The long-established scholarly project of a specifically literary history has often been called into question in recent decades, whether through challenges to the idea that literature constitutes a separate and distinct strand of culture or through critiques of the ideological and exclusionary bias in the concept of history itself. This is nowhere more the case than in literary studies of Romanticism, a period of Western culture whose intellectual coherence has been debated ever since its inception but which has been subject to particularly strong skepticism since the late 1960s. We have been shown through intricate close readings of its texts, that the “rhetoric of Romanticism,” anticipating late 20th-century poststructuralist theory, undermines belief that language can provide anything other than figures of speech; we have been told that this radical rhetorical shiftiness means that the major poetry of this period can do nothing more than gesture toward self-contradictory meanings, even as it does so with brilliant insight into its own blindness. We have also been told by critics engaged in cultural studies and ideology critique that the ideas of nature, myth, and the symbol-making imagination, unifying concerns of the Romantic movement for critics in the 1940s, ‘50s and ‘60s, are part and parcel of a self-mystified, politically reactionary “Romantic ideology.” A recent essay by Jerome McGann, who coined the latter phrase, asks bluntly, “Is Romanticism Finished?”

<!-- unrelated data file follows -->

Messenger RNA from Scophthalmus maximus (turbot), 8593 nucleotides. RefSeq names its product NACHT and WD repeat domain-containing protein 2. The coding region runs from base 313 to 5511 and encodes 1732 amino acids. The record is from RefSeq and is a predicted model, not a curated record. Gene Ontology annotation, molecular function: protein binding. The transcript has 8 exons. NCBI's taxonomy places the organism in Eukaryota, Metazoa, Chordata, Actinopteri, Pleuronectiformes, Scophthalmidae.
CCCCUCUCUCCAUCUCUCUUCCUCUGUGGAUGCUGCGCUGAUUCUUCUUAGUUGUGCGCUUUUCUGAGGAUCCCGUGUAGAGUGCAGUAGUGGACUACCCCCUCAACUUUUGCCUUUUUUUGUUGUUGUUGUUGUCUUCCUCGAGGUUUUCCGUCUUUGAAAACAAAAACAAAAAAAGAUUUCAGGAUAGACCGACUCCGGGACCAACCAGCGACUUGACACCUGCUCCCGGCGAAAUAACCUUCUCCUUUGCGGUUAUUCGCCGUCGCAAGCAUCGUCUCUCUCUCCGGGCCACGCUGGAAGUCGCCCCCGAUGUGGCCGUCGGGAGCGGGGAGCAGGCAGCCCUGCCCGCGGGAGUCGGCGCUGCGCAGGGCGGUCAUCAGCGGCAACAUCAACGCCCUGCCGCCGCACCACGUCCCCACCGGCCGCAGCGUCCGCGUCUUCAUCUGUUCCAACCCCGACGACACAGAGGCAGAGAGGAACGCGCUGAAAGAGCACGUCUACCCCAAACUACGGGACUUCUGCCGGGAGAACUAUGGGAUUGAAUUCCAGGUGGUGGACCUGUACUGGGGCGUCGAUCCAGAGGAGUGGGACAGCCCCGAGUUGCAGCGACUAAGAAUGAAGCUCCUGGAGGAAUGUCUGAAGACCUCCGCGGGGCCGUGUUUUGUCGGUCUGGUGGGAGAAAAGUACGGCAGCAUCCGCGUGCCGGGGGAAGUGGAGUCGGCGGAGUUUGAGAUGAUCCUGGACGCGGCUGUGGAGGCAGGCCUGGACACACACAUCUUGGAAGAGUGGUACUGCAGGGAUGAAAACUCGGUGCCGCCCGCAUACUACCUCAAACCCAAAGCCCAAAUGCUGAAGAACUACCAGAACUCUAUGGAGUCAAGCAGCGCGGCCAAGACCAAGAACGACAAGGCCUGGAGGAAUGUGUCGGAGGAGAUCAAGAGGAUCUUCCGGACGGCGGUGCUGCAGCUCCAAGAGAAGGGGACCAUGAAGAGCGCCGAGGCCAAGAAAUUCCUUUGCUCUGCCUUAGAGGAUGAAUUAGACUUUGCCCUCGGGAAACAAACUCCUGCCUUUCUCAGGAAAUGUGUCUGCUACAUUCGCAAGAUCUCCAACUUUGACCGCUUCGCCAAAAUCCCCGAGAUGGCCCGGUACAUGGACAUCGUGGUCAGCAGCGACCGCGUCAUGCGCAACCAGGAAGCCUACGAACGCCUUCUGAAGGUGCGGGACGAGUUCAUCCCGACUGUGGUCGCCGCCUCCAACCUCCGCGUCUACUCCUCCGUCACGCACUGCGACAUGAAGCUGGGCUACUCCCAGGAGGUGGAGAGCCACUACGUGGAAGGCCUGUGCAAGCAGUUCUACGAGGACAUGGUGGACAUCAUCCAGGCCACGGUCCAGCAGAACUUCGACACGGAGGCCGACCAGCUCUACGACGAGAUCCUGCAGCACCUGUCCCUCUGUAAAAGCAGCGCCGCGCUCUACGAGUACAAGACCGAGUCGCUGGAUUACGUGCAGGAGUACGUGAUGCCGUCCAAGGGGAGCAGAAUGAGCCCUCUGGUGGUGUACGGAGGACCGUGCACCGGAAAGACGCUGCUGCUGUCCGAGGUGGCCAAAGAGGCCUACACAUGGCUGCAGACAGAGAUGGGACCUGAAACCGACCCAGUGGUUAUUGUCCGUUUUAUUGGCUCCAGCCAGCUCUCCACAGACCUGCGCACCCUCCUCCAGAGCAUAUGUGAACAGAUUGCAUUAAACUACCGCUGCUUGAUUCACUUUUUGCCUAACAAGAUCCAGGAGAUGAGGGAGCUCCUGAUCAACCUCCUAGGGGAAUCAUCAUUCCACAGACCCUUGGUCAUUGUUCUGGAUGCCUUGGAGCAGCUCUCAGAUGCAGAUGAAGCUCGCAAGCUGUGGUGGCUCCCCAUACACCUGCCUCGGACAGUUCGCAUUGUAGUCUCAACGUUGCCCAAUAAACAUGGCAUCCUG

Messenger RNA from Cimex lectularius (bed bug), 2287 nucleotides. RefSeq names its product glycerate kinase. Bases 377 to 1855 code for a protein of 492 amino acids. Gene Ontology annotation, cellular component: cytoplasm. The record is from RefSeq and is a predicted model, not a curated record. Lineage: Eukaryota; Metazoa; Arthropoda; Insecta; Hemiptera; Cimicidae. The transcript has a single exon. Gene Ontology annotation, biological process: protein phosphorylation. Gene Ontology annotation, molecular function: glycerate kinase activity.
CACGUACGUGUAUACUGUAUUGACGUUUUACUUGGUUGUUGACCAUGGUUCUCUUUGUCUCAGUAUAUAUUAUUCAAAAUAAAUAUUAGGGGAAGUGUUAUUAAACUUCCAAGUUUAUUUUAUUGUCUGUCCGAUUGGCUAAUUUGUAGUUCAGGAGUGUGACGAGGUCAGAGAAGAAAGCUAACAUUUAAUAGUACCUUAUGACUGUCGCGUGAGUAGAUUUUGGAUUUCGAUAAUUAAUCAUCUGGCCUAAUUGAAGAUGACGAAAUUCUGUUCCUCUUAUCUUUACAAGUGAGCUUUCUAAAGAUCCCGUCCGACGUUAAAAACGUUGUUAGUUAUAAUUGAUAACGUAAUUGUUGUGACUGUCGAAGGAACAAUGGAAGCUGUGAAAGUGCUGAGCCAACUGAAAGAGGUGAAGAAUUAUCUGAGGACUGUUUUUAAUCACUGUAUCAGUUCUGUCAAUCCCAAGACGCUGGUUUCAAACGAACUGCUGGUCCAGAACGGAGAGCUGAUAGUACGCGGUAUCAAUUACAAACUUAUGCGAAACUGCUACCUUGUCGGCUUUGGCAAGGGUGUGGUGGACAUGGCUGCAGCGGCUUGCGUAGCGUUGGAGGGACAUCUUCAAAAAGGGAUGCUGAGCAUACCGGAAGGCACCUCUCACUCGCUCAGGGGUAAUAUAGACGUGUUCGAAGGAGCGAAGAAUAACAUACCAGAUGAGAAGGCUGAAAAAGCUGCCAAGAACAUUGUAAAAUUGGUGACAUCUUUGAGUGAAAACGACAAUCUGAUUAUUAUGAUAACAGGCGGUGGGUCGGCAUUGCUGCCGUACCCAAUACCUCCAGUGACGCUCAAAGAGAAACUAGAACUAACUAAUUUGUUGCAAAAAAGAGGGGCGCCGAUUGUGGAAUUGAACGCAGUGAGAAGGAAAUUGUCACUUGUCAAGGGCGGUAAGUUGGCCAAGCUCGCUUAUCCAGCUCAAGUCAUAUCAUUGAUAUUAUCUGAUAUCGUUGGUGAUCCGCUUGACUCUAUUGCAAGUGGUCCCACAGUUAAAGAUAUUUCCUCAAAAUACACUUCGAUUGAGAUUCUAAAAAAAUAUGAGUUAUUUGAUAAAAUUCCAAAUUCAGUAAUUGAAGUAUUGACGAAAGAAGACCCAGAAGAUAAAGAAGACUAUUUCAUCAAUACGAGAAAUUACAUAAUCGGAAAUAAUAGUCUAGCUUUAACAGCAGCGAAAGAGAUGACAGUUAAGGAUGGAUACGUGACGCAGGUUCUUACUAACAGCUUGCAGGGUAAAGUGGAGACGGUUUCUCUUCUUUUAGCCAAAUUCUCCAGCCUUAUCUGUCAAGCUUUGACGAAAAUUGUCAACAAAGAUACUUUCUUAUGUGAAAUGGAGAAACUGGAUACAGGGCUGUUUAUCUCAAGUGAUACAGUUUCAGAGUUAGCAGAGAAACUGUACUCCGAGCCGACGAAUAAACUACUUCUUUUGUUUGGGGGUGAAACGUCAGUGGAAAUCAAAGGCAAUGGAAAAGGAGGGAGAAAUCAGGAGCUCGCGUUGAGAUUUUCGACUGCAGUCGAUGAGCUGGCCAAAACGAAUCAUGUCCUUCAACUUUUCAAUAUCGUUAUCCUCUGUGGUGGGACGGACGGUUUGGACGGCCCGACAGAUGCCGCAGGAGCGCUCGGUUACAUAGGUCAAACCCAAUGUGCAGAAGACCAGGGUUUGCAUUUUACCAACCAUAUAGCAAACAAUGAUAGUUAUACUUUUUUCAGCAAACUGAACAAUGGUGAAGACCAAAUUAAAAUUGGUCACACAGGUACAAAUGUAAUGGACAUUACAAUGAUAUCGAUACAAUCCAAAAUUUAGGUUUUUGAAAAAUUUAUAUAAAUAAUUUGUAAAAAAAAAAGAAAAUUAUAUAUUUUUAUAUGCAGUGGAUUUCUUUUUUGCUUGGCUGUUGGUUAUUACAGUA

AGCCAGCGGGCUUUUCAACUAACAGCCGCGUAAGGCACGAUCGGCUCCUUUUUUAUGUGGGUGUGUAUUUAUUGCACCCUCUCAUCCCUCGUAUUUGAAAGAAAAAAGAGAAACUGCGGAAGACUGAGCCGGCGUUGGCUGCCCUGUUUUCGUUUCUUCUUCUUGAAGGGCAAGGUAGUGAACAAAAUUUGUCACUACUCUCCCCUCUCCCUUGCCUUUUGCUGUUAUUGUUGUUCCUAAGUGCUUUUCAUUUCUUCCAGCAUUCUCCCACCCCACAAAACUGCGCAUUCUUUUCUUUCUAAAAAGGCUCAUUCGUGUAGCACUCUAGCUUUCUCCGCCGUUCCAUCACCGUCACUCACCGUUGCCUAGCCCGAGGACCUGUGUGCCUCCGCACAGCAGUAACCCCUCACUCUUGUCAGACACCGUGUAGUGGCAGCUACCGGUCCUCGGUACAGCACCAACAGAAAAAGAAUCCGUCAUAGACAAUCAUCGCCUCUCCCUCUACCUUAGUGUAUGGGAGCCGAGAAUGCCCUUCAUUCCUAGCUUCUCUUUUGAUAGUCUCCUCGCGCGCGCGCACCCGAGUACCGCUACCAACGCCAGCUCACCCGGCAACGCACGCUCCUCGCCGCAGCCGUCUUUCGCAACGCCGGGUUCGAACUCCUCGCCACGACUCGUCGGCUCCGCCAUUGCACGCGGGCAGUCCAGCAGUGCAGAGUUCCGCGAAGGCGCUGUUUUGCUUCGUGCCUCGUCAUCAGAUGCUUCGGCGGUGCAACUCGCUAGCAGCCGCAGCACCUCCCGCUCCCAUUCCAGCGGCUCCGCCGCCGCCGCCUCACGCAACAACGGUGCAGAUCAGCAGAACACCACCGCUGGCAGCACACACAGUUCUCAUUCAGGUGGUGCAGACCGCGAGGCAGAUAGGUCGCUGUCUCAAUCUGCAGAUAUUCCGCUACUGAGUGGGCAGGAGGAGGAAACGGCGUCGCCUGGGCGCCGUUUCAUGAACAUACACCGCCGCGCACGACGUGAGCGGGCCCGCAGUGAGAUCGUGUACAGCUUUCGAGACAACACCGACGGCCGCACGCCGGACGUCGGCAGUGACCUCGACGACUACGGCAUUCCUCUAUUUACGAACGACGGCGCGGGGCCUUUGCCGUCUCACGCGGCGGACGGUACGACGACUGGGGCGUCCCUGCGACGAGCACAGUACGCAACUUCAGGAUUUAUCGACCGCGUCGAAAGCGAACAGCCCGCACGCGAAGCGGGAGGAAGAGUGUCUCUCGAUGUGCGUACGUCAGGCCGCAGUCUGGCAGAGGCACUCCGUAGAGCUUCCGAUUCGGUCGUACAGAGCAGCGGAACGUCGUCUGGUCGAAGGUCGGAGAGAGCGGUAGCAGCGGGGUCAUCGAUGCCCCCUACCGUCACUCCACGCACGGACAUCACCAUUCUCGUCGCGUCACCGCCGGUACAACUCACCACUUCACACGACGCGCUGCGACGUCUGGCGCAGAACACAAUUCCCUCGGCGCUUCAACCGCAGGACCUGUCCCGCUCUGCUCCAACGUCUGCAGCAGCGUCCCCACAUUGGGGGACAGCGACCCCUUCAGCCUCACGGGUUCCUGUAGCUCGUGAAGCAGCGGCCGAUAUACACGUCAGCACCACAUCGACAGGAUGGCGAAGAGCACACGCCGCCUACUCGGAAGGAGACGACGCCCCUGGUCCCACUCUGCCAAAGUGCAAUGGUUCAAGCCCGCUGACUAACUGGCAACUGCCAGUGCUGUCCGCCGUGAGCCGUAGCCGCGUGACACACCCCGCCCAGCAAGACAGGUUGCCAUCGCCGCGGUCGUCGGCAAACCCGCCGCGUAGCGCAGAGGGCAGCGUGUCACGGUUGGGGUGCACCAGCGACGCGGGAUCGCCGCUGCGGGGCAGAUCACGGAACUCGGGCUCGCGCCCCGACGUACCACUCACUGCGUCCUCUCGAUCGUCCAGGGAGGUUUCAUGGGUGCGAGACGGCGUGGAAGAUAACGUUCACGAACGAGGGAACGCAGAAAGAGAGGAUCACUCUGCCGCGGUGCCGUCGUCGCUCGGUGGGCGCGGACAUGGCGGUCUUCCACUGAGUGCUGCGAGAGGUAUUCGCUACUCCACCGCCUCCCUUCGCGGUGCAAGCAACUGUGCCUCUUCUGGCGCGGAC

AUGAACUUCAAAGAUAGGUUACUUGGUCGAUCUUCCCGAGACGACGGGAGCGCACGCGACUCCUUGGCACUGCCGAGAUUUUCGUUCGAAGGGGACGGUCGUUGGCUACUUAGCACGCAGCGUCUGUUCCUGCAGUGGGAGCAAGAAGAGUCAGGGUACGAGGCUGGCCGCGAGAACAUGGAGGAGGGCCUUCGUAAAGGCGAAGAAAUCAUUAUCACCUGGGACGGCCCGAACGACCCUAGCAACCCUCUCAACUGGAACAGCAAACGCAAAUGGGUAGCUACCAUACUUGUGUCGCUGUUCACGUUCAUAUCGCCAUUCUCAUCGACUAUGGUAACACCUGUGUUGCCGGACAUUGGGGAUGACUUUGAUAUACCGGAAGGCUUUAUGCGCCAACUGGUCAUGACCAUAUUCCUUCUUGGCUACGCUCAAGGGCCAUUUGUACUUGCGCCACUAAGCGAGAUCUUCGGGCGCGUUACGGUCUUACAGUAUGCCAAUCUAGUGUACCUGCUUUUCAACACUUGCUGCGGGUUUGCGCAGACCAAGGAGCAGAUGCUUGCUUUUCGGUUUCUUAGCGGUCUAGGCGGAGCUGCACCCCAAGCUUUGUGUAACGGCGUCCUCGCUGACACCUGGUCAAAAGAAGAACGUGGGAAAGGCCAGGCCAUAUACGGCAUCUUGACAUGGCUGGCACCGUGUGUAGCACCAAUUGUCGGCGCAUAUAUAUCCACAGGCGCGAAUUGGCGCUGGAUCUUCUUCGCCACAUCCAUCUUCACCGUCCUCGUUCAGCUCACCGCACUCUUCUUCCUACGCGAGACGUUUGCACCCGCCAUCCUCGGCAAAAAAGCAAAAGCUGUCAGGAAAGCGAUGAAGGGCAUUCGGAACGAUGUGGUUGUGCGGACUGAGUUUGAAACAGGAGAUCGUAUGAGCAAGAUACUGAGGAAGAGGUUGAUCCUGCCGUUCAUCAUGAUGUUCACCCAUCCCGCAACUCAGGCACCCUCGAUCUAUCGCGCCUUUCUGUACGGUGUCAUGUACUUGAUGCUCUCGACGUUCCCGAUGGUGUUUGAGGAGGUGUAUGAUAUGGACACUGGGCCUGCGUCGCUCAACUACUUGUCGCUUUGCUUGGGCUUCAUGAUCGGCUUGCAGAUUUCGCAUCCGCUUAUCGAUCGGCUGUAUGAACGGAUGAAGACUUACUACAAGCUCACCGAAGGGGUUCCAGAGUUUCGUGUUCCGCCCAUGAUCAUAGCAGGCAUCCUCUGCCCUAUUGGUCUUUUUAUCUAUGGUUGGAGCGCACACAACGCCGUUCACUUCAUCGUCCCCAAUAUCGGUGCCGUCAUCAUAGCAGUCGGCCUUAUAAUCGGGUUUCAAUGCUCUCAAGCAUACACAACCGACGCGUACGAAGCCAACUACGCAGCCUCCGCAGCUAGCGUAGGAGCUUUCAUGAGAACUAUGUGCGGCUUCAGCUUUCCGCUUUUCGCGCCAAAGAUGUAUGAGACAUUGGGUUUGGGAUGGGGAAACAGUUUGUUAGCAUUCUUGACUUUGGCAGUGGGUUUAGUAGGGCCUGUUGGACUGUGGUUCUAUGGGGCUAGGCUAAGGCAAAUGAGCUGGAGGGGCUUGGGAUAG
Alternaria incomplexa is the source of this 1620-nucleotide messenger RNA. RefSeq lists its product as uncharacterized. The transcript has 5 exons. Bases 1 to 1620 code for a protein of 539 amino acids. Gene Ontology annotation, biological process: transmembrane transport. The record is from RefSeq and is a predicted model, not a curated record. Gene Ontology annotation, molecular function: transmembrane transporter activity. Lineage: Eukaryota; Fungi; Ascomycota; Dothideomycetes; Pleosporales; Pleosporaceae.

more from Walter L. Reed at nonsite here.